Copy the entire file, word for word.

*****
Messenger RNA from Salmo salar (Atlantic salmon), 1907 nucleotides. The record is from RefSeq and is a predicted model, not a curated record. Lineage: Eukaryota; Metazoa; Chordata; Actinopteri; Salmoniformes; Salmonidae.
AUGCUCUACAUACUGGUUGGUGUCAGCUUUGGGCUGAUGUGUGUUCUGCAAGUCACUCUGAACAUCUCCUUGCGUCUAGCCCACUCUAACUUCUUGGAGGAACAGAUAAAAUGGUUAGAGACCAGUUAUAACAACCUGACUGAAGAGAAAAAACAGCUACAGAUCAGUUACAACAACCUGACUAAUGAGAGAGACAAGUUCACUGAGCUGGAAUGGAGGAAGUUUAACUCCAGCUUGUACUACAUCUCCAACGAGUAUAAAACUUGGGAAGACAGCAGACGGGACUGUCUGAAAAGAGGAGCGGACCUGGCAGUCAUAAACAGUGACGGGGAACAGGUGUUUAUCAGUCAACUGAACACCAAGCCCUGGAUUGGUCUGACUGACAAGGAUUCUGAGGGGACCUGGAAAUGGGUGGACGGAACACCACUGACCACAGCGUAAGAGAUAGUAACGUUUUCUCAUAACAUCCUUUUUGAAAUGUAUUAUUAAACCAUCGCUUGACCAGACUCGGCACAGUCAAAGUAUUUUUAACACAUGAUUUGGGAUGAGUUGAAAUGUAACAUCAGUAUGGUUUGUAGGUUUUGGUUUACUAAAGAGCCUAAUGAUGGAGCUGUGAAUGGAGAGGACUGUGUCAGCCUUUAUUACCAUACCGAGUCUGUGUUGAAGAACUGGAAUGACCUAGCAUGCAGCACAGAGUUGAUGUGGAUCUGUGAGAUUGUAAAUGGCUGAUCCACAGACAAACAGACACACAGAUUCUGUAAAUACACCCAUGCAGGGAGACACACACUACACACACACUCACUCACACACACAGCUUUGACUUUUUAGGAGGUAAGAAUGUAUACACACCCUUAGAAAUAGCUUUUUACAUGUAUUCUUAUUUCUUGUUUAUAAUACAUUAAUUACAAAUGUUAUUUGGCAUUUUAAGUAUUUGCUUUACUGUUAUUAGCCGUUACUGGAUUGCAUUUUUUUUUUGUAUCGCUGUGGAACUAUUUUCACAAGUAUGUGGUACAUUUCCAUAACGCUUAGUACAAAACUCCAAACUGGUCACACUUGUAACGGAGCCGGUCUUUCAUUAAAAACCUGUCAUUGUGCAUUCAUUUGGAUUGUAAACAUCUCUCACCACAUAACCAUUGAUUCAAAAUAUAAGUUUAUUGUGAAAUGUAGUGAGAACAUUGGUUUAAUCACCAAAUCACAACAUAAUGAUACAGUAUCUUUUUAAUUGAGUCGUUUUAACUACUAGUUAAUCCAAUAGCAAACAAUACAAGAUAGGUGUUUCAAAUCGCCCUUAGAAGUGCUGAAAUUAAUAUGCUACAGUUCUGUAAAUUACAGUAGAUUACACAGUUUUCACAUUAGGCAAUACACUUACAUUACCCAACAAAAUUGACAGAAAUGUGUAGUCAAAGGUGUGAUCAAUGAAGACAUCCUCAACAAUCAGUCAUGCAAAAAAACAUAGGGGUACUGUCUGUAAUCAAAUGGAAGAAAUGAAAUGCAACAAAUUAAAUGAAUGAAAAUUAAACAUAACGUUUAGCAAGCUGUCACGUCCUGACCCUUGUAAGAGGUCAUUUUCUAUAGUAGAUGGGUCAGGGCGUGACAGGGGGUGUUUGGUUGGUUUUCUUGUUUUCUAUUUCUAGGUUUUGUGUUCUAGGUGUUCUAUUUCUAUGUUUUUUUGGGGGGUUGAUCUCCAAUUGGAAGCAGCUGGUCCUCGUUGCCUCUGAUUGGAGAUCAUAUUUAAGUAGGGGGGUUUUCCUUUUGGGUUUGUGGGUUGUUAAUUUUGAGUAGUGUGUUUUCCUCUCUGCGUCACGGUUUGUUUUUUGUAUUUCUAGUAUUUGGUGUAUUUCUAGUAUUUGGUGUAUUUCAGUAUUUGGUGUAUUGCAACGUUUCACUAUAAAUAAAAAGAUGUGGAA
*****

Messenger RNA from Salmo salar (Atlantic salmon), 1907 nucleotides. The record is from RefSeq and is a predicted model, not a curated record. Lineage: Eukaryota; Metazoa; Chordata; Actinopteri; Salmoniformes; Salmonidae.
AUGCUCUACAUACUGGUUGGUGUCAGCUUUGGGCUGAUGUGUGUUCUGCAAGUCACUCUGAACAUCUCCUUGCGUCUAGCCCACUCUAACUUCUUGGAGGAACAGAUAAAAUGGUUAGAGACCAGUUAUAACAACCUGACUGAAGAGAAAAAACAGCUACAGAUCAGUUACAACAACCUGACUAAUGAGAGAGACAAGUUCACUGAGCUGGAAUGGAGGAAGUUUAACUCCAGCUUGUACUACAUCUCCAACGAGUAUAAAACUUGGGAAGACAGCAGACGGGACUGUCUGAAAAGAGGAGCGGACCUGGCAGUCAUAAACAGUGACGGGGAACAGGUGUUUAUCAGUCAACUGAACACCAAGCCCUGGAUUGGUCUGACUGACAAGGAUUCUGAGGGGACCUGGAAAUGGGUGGACGGAACACCACUGACCACAGCGUAAGAGAUAGUAACGUUUUCUCAUAACAUCCUUUUUGAAAUGUAUUAUUAAACCAUCGCUUGACCAGACUCGGCACAGUCAAAGUAUUUUUAACACAUGAUUUGGGAUGAGUUGAAAUGUAACAUCAGUAUGGUUUGUAGGUUUUGGUUUACUAAAGAGCCUAAUGAUGGAGCUGUGAAUGGAGAGGACUGUGUCAGCCUUUAUUACCAUACCGAGUCUGUGUUGAAGAACUGGAAUGACCUAGCAUGCAGCACAGAGUUGAUGUGGAUCUGUGAGAUUGUAAAUGGCUGAUCCACAGACAAACAGACACACAGAUUCUGUAAAUACACCCAUGCAGGGAGACACACACUACACACACACUCACUCACACACACAGCUUUGACUUUUUAGGAGGUAAGAAUGUAUACACACCCUUAGAAAUAGCUUUUUACAUGUAUUCUUAUUUCUUGUUUAUAAUACAUUAAUUACAAAUGUUAUUUGGCAUUUUAAGUAUUUGCUUUACUGUUAUUAGCCGUUACUGGAUUGCAUUUUUUUUUUGUAUCGCUGUGGAACUAUUUUCACAAGUAUGUGGUACAUUUCCAUAACGCUUAGUACAAAACUCCAAACUGGUCACACUUGUAACGGAGCCGGUCUUUCAUUAAAAACCUGUCAUUGUGCAUUCAUUUGGAUUGUAAACAUCUCUCACCACAUAACCAUUGAUUCAAAAUAUAAGUUUAUUGUGAAAUGUAGUGAGAACAUUGGUUUAAUCACCAAAUCACAACAUAAUGAUACAGUAUCUUUUUAAUUGAGUCGUUUUAACUACUAGUUAAUCCAAUAGCAAACAAUACAAGAUAGGUGUUUCAAAUCGCCCUUAGAAGUGCUGAAAUUAAUAUGCUACAGUUCUGUAAAUUACAGUAGAUUACACAGUUUUCACAUUAGGCAAUACACUUACAUUACCCAACAAAAUUGACAGAAAUGUGUAGUCAAAGGUGUGAUCAAUGAAGACAUCCUCAACAAUCAGUCAUGCAAAAAAACAUAGGGGUACUGUCUGUAAUCAAAUGGAAGAAAUGAAAUGCAACAAAUUAAAUGAAUGAAAAUUAAACAUAACGUUUAGCAAGCUGUCACGUCCUGACCCUUGUAAGAGGUCAUUUUCUAUAGUAGAUGGGUCAGGGCGUGACAGGGGGUGUUUGGUUGGUUUUCUUGUUUUCUAUUUCUAGGUUUUGUGUUCUAGGUGUUCUAUUUCUAUGUUUUUUUGGGGGGUUGAUCUCCAAUUGGAAGCAGCUGGUCCUCGUUGCCUCUGAUUGGAGAUCAUAUUUAAGUAGGGGGGUUUUCCUUUUGGGUUUGUGGGUUGUUAAUUUUGAGUAGUGUGUUUUCCUCUCUGCGUCACGGUUUGUUUUUUGUAUUUCUAGUAUUUGGUGUAUUUCUAGUAUUUGGUGUAUUUCAGUAUUUGGUGUAUUGCAACGUUUCACUAUAAAUAAAAAGAUGUGGAA